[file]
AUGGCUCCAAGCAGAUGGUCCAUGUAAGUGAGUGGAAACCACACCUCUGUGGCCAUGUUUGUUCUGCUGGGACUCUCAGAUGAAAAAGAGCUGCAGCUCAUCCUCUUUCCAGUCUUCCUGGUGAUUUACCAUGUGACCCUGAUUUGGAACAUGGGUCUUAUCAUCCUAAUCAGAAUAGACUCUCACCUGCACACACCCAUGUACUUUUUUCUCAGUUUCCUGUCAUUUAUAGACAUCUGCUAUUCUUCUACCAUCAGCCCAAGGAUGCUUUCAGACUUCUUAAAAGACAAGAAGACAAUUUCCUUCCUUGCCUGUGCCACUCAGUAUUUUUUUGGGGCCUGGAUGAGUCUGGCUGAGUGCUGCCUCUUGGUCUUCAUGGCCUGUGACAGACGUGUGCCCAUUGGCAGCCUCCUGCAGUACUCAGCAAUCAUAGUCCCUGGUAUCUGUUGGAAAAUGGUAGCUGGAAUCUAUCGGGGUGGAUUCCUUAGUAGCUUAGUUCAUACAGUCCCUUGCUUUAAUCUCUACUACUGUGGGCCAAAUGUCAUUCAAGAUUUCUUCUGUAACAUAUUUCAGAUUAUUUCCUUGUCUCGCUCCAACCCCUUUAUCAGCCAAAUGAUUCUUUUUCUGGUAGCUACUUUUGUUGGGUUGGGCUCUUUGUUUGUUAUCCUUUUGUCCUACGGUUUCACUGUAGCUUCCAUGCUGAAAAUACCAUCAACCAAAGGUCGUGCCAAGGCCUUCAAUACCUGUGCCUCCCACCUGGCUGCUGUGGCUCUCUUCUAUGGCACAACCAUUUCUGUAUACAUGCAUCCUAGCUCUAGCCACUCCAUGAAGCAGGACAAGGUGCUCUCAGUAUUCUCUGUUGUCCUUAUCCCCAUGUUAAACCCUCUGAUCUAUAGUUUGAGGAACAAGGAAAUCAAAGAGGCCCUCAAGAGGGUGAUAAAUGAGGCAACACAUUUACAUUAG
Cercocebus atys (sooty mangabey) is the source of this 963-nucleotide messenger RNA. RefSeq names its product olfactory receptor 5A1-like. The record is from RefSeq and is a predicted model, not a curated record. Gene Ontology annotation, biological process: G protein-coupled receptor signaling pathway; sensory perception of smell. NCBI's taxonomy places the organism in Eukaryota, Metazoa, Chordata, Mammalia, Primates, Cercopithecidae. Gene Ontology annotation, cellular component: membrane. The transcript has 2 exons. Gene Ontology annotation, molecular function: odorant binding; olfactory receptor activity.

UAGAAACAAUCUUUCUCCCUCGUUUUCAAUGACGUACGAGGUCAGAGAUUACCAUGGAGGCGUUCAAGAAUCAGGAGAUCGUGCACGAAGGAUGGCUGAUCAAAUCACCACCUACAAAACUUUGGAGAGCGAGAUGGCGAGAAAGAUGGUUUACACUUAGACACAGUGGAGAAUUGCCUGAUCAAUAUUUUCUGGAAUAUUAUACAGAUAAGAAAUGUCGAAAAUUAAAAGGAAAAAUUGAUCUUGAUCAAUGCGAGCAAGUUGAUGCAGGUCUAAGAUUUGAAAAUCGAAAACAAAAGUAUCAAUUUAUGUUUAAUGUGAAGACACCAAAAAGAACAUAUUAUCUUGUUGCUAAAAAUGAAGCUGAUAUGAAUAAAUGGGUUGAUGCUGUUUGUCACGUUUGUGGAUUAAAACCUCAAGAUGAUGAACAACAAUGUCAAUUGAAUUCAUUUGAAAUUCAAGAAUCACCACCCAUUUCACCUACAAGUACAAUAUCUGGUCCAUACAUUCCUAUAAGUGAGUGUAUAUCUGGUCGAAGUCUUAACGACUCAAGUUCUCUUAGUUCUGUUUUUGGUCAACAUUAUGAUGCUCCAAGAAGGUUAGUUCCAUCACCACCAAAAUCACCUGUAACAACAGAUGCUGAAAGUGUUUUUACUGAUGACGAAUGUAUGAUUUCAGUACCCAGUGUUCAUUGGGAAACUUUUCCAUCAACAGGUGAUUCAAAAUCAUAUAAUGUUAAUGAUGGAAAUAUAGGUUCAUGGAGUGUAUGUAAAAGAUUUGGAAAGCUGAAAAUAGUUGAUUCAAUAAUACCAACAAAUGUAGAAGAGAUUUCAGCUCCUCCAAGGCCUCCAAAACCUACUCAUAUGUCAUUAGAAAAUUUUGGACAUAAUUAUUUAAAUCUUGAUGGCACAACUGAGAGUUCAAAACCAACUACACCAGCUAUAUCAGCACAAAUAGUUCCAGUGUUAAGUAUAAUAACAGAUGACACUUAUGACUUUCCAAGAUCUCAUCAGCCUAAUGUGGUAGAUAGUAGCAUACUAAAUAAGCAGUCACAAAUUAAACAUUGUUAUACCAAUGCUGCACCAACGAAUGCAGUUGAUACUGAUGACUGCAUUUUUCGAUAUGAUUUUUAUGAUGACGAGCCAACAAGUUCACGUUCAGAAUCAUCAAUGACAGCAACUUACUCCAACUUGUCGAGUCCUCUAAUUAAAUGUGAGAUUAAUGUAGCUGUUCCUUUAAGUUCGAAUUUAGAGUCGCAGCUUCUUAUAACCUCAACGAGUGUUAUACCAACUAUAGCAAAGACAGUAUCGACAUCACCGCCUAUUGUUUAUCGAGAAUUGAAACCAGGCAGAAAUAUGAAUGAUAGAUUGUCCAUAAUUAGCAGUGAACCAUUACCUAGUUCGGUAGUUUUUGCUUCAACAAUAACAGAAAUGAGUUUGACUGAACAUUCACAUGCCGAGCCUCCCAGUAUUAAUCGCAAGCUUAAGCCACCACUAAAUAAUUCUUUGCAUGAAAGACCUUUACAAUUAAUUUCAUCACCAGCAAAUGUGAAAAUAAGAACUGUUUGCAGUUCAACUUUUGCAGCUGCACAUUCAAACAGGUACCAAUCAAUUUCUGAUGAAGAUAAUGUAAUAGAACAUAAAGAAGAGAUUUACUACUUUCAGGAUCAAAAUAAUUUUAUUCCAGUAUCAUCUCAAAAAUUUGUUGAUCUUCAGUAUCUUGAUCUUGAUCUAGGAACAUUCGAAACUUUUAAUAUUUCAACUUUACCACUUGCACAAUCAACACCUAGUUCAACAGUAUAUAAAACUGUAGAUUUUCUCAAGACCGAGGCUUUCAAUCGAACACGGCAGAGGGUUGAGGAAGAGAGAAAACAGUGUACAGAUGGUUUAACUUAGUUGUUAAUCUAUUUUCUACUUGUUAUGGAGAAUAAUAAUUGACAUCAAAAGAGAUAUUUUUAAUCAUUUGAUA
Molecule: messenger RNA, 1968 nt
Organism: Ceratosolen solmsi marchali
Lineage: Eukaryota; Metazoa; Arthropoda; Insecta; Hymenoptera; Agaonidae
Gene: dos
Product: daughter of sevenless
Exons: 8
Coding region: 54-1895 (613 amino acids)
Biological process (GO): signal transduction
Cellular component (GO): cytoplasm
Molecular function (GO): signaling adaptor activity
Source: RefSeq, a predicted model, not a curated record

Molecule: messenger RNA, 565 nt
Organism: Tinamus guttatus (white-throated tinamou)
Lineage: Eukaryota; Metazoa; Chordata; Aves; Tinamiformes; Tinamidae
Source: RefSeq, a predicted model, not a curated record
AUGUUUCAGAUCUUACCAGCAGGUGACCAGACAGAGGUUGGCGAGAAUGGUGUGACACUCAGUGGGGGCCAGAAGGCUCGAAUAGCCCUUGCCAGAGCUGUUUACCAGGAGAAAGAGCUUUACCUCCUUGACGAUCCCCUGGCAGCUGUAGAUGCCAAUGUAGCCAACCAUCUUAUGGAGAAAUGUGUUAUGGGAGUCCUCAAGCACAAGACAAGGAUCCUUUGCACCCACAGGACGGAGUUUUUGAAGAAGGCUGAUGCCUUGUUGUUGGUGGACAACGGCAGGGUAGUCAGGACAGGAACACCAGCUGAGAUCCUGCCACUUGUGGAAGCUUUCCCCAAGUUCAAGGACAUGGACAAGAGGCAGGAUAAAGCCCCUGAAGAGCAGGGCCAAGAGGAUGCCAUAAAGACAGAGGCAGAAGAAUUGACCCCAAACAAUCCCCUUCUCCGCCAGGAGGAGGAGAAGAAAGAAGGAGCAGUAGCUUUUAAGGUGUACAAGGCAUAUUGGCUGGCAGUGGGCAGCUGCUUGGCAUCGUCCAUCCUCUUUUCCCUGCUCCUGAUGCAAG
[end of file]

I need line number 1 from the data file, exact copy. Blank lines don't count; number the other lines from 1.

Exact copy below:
AUGGCUCCAAGCAGAUGGUCCAUGUAAGUGAGUGGAAACCACACCUCUGUGGCCAUGUUUGUUCUGCUGGGACUCUCAGAUGAAAAAGAGCUGCAGCUCAUCCUCUUUCCAGUCUUCCUGGUGAUUUACCAUGUGACCCUGAUUUGGAACAUGGGUCUUAUCAUCCUAAUCAGAAUAGACUCUCACCUGCACACACCCAUGUACUUUUUUCUCAGUUUCCUGUCAUUUAUAGACAUCUGCUAUUCUUCUACCAUCAGCCCAAGGAUGCUUUCAGACUUCUUAAAAGACAAGAAGACAAUUUCCUUCCUUGCCUGUGCCACUCAGUAUUUUUUUGGGGCCUGGAUGAGUCUGGCUGAGUGCUGCCUCUUGGUCUUCAUGGCCUGUGACAGACGUGUGCCCAUUGGCAGCCUCCUGCAGUACUCAGCAAUCAUAGUCCCUGGUAUCUGUUGGAAAAUGGUAGCUGGAAUCUAUCGGGGUGGAUUCCUUAGUAGCUUAGUUCAUACAGUCCCUUGCUUUAAUCUCUACUACUGUGGGCCAAAUGUCAUUCAAGAUUUCUUCUGUAACAUAUUUCAGAUUAUUUCCUUGUCUCGCUCCAACCCCUUUAUCAGCCAAAUGAUUCUUUUUCUGGUAGCUACUUUUGUUGGGUUGGGCUCUUUGUUUGUUAUCCUUUUGUCCUACGGUUUCACUGUAGCUUCCAUGCUGAAAAUACCAUCAACCAAAGGUCGUGCCAAGGCCUUCAAUACCUGUGCCUCCCACCUGGCUGCUGUGGCUCUCUUCUAUGGCACAACCAUUUCUGUAUACAUGCAUCCUAGCUCUAGCCACUCCAUGAAGCAGGACAAGGUGCUCUCAGUAUUCUCUGUUGUCCUUAUCCCCAUGUUAAACCCUCUGAUCUAUAGUUUGAGGAACAAGGAAAUCAAAGAGGCCCUCAAGAGGGUGAUAAAUGAGGCAACACAUUUACAUUAG